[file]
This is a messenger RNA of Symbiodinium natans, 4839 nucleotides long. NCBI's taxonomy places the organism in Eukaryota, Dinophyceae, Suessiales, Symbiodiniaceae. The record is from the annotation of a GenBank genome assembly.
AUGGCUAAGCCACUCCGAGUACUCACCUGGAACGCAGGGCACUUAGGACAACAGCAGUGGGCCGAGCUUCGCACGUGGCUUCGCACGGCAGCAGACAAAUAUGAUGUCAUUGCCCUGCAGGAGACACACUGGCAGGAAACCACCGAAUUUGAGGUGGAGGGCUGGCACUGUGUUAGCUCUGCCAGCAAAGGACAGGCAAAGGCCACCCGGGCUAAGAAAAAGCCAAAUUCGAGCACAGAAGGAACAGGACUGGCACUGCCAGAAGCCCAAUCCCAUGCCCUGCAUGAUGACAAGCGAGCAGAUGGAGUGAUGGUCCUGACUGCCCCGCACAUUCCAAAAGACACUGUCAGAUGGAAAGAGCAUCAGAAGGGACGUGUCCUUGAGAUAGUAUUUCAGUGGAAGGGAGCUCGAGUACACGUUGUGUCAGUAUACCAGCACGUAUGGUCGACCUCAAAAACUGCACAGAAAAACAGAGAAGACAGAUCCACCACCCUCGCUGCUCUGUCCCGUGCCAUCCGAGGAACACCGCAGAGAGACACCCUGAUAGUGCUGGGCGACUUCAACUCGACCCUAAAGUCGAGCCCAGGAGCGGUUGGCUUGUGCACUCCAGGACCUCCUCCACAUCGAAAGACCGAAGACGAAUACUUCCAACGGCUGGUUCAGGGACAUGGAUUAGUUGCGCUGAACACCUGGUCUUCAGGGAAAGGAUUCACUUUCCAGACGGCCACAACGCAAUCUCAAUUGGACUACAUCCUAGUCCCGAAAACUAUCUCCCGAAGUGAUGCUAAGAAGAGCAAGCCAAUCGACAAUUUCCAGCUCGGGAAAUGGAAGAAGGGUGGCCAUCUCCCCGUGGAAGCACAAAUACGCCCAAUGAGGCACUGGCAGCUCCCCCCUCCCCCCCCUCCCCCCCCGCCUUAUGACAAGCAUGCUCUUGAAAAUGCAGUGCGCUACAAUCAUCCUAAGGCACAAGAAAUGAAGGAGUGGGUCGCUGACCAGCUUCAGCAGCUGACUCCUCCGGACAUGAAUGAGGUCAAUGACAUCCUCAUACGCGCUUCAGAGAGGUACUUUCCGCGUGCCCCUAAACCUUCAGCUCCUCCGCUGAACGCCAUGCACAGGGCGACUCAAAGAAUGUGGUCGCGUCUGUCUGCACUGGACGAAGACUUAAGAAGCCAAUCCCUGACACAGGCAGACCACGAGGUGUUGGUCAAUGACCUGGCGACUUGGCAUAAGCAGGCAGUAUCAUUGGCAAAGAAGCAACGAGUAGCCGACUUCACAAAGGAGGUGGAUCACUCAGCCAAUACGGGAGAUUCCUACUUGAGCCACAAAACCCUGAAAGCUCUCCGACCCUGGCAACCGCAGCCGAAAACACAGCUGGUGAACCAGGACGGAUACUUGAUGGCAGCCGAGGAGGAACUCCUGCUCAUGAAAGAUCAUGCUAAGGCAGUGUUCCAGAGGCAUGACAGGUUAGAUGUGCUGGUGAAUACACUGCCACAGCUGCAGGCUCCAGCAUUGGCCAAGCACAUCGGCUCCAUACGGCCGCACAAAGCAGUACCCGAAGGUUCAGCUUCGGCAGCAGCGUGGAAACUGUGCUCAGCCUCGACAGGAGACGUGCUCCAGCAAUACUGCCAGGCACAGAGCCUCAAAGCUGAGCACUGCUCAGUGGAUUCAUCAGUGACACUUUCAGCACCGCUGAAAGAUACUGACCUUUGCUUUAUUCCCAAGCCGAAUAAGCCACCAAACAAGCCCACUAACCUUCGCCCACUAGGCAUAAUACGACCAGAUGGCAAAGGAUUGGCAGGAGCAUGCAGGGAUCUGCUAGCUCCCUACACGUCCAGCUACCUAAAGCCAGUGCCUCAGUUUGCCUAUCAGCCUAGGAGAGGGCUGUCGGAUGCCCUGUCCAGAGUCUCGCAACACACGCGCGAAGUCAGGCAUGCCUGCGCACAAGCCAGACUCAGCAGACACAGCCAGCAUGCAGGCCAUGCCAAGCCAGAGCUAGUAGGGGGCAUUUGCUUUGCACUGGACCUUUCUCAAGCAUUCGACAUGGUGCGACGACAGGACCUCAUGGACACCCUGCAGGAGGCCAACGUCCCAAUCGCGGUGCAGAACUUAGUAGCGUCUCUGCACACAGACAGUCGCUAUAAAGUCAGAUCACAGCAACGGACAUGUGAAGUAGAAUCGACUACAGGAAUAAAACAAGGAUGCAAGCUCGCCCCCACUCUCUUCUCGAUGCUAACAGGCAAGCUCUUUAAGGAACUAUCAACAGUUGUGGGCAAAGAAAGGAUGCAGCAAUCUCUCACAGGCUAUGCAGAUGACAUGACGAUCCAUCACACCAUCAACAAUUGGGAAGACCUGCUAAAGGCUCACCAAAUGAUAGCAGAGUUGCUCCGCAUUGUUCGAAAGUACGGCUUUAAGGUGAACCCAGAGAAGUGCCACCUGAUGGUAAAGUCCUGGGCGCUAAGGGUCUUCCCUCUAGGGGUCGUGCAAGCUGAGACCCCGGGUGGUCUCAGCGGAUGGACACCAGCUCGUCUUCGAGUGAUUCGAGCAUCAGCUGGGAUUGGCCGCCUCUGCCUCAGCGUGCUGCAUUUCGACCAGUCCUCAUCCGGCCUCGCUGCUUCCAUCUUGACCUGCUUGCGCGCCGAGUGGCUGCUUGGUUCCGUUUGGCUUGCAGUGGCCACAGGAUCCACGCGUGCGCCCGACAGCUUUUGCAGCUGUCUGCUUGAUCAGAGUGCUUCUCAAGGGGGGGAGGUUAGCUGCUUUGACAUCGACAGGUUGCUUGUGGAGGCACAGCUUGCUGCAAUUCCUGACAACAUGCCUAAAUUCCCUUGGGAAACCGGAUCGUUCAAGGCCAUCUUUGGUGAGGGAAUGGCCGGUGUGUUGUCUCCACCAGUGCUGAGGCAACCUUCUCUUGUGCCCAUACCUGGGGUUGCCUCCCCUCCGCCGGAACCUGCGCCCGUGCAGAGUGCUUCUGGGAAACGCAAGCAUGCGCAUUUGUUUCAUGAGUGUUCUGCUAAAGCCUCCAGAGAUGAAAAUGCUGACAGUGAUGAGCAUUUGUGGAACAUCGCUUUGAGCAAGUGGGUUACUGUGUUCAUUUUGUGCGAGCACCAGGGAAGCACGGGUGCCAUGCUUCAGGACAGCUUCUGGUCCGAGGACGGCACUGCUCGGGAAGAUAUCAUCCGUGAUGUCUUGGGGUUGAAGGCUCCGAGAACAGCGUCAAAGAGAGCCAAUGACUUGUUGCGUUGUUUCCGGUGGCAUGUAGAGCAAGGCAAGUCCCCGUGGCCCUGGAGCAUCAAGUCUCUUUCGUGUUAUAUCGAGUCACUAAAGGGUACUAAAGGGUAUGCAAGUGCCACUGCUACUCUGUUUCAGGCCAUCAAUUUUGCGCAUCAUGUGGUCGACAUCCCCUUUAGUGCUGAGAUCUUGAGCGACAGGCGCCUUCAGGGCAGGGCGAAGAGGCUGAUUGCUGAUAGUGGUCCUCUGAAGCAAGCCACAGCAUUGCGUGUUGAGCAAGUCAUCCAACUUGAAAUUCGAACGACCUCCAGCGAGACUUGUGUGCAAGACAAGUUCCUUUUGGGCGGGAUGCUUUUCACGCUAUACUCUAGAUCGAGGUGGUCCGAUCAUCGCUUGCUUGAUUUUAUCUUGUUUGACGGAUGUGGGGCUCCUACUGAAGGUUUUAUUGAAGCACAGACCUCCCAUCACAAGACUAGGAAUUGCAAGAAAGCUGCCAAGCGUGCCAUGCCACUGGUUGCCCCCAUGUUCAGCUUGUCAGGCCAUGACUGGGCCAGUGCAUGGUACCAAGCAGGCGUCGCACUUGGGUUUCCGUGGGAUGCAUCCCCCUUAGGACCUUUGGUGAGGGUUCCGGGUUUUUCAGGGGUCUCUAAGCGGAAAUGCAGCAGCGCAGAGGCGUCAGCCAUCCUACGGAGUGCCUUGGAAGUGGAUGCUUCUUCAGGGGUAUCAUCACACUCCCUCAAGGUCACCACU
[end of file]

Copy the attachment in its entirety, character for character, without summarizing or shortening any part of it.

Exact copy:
This is a messenger RNA of Symbiodinium natans, 4839 nucleotides long. NCBI's taxonomy places the organism in Eukaryota, Dinophyceae, Suessiales, Symbiodiniaceae. The record is from the annotation of a GenBank genome assembly.
AUGGCUAAGCCACUCCGAGUACUCACCUGGAACGCAGGGCACUUAGGACAACAGCAGUGGGCCGAGCUUCGCACGUGGCUUCGCACGGCAGCAGACAAAUAUGAUGUCAUUGCCCUGCAGGAGACACACUGGCAGGAAACCACCGAAUUUGAGGUGGAGGGCUGGCACUGUGUUAGCUCUGCCAGCAAAGGACAGGCAAAGGCCACCCGGGCUAAGAAAAAGCCAAAUUCGAGCACAGAAGGAACAGGACUGGCACUGCCAGAAGCCCAAUCCCAUGCCCUGCAUGAUGACAAGCGAGCAGAUGGAGUGAUGGUCCUGACUGCCCCGCACAUUCCAAAAGACACUGUCAGAUGGAAAGAGCAUCAGAAGGGACGUGUCCUUGAGAUAGUAUUUCAGUGGAAGGGAGCUCGAGUACACGUUGUGUCAGUAUACCAGCACGUAUGGUCGACCUCAAAAACUGCACAGAAAAACAGAGAAGACAGAUCCACCACCCUCGCUGCUCUGUCCCGUGCCAUCCGAGGAACACCGCAGAGAGACACCCUGAUAGUGCUGGGCGACUUCAACUCGACCCUAAAGUCGAGCCCAGGAGCGGUUGGCUUGUGCACUCCAGGACCUCCUCCACAUCGAAAGACCGAAGACGAAUACUUCCAACGGCUGGUUCAGGGACAUGGAUUAGUUGCGCUGAACACCUGGUCUUCAGGGAAAGGAUUCACUUUCCAGACGGCCACAACGCAAUCUCAAUUGGACUACAUCCUAGUCCCGAAAACUAUCUCCCGAAGUGAUGCUAAGAAGAGCAAGCCAAUCGACAAUUUCCAGCUCGGGAAAUGGAAGAAGGGUGGCCAUCUCCCCGUGGAAGCACAAAUACGCCCAAUGAGGCACUGGCAGCUCCCCCCUCCCCCCCCUCCCCCCCCGCCUUAUGACAAGCAUGCUCUUGAAAAUGCAGUGCGCUACAAUCAUCCUAAGGCACAAGAAAUGAAGGAGUGGGUCGCUGACCAGCUUCAGCAGCUGACUCCUCCGGACAUGAAUGAGGUCAAUGACAUCCUCAUACGCGCUUCAGAGAGGUACUUUCCGCGUGCCCCUAAACCUUCAGCUCCUCCGCUGAACGCCAUGCACAGGGCGACUCAAAGAAUGUGGUCGCGUCUGUCUGCACUGGACGAAGACUUAAGAAGCCAAUCCCUGACACAGGCAGACCACGAGGUGUUGGUCAAUGACCUGGCGACUUGGCAUAAGCAGGCAGUAUCAUUGGCAAAGAAGCAACGAGUAGCCGACUUCACAAAGGAGGUGGAUCACUCAGCCAAUACGGGAGAUUCCUACUUGAGCCACAAAACCCUGAAAGCUCUCCGACCCUGGCAACCGCAGCCGAAAACACAGCUGGUGAACCAGGACGGAUACUUGAUGGCAGCCGAGGAGGAACUCCUGCUCAUGAAAGAUCAUGCUAAGGCAGUGUUCCAGAGGCAUGACAGGUUAGAUGUGCUGGUGAAUACACUGCCACAGCUGCAGGCUCCAGCAUUGGCCAAGCACAUCGGCUCCAUACGGCCGCACAAAGCAGUACCCGAAGGUUCAGCUUCGGCAGCAGCGUGGAAACUGUGCUCAGCCUCGACAGGAGACGUGCUCCAGCAAUACUGCCAGGCACAGAGCCUCAAAGCUGAGCACUGCUCAGUGGAUUCAUCAGUGACACUUUCAGCACCGCUGAAAGAUACUGACCUUUGCUUUAUUCCCAAGCCGAAUAAGCCACCAAACAAGCCCACUAACCUUCGCCCACUAGGCAUAAUACGACCAGAUGGCAAAGGAUUGGCAGGAGCAUGCAGGGAUCUGCUAGCUCCCUACACGUCCAGCUACCUAAAGCCAGUGCCUCAGUUUGCCUAUCAGCCUAGGAGAGGGCUGUCGGAUGCCCUGUCCAGAGUCUCGCAACACACGCGCGAAGUCAGGCAUGCCUGCGCACAAGCCAGACUCAGCAGACACAGCCAGCAUGCAGGCCAUGCCAAGCCAGAGCUAGUAGGGGGCAUUUGCUUUGCACUGGACCUUUCUCAAGCAUUCGACAUGGUGCGACGACAGGACCUCAUGGACACCCUGCAGGAGGCCAACGUCCCAAUCGCGGUGCAGAACUUAGUAGCGUCUCUGCACACAGACAGUCGCUAUAAAGUCAGAUCACAGCAACGGACAUGUGAAGUAGAAUCGACUACAGGAAUAAAACAAGGAUGCAAGCUCGCCCCCACUCUCUUCUCGAUGCUAACAGGCAAGCUCUUUAAGGAACUAUCAACAGUUGUGGGCAAAGAAAGGAUGCAGCAAUCUCUCACAGGCUAUGCAGAUGACAUGACGAUCCAUCACACCAUCAACAAUUGGGAAGACCUGCUAAAGGCUCACCAAAUGAUAGCAGAGUUGCUCCGCAUUGUUCGAAAGUACGGCUUUAAGGUGAACCCAGAGAAGUGCCACCUGAUGGUAAAGUCCUGGGCGCUAAGGGUCUUCCCUCUAGGGGUCGUGCAAGCUGAGACCCCGGGUGGUCUCAGCGGAUGGACACCAGCUCGUCUUCGAGUGAUUCGAGCAUCAGCUGGGAUUGGCCGCCUCUGCCUCAGCGUGCUGCAUUUCGACCAGUCCUCAUCCGGCCUCGCUGCUUCCAUCUUGACCUGCUUGCGCGCCGAGUGGCUGCUUGGUUCCGUUUGGCUUGCAGUGGCCACAGGAUCCACGCGUGCGCCCGACAGCUUUUGCAGCUGUCUGCUUGAUCAGAGUGCUUCUCAAGGGGGGGAGGUUAGCUGCUUUGACAUCGACAGGUUGCUUGUGGAGGCACAGCUUGCUGCAAUUCCUGACAACAUGCCUAAAUUCCCUUGGGAAACCGGAUCGUUCAAGGCCAUCUUUGGUGAGGGAAUGGCCGGUGUGUUGUCUCCACCAGUGCUGAGGCAACCUUCUCUUGUGCCCAUACCUGGGGUUGCCUCCCCUCCGCCGGAACCUGCGCCCGUGCAGAGUGCUUCUGGGAAACGCAAGCAUGCGCAUUUGUUUCAUGAGUGUUCUGCUAAAGCCUCCAGAGAUGAAAAUGCUGACAGUGAUGAGCAUUUGUGGAACAUCGCUUUGAGCAAGUGGGUUACUGUGUUCAUUUUGUGCGAGCACCAGGGAAGCACGGGUGCCAUGCUUCAGGACAGCUUCUGGUCCGAGGACGGCACUGCUCGGGAAGAUAUCAUCCGUGAUGUCUUGGGGUUGAAGGCUCCGAGAACAGCGUCAAAGAGAGCCAAUGACUUGUUGCGUUGUUUCCGGUGGCAUGUAGAGCAAGGCAAGUCCCCGUGGCCCUGGAGCAUCAAGUCUCUUUCGUGUUAUAUCGAGUCACUAAAGGGUACUAAAGGGUAUGCAAGUGCCACUGCUACUCUGUUUCAGGCCAUCAAUUUUGCGCAUCAUGUGGUCGACAUCCCCUUUAGUGCUGAGAUCUUGAGCGACAGGCGCCUUCAGGGCAGGGCGAAGAGGCUGAUUGCUGAUAGUGGUCCUCUGAAGCAAGCCACAGCAUUGCGUGUUGAGCAAGUCAUCCAACUUGAAAUUCGAACGACCUCCAGCGAGACUUGUGUGCAAGACAAGUUCCUUUUGGGCGGGAUGCUUUUCACGCUAUACUCUAGAUCGAGGUGGUCCGAUCAUCGCUUGCUUGAUUUUAUCUUGUUUGACGGAUGUGGGGCUCCUACUGAAGGUUUUAUUGAAGCACAGACCUCCCAUCACAAGACUAGGAAUUGCAAGAAAGCUGCCAAGCGUGCCAUGCCACUGGUUGCCCCCAUGUUCAGCUUGUCAGGCCAUGACUGGGCCAGUGCAUGGUACCAAGCAGGCGUCGCACUUGGGUUUCCGUGGGAUGCAUCCCCCUUAGGACCUUUGGUGAGGGUUCCGGGUUUUUCAGGGGUCUCUAAGCGGAAAUGCAGCAGCGCAGAGGCGUCAGCCAUCCUACGGAGUGCCUUGGAAGUGGAUGCUUCUUCAGGGGUAUCAUCACACUCCCUCAAGGUCACCACU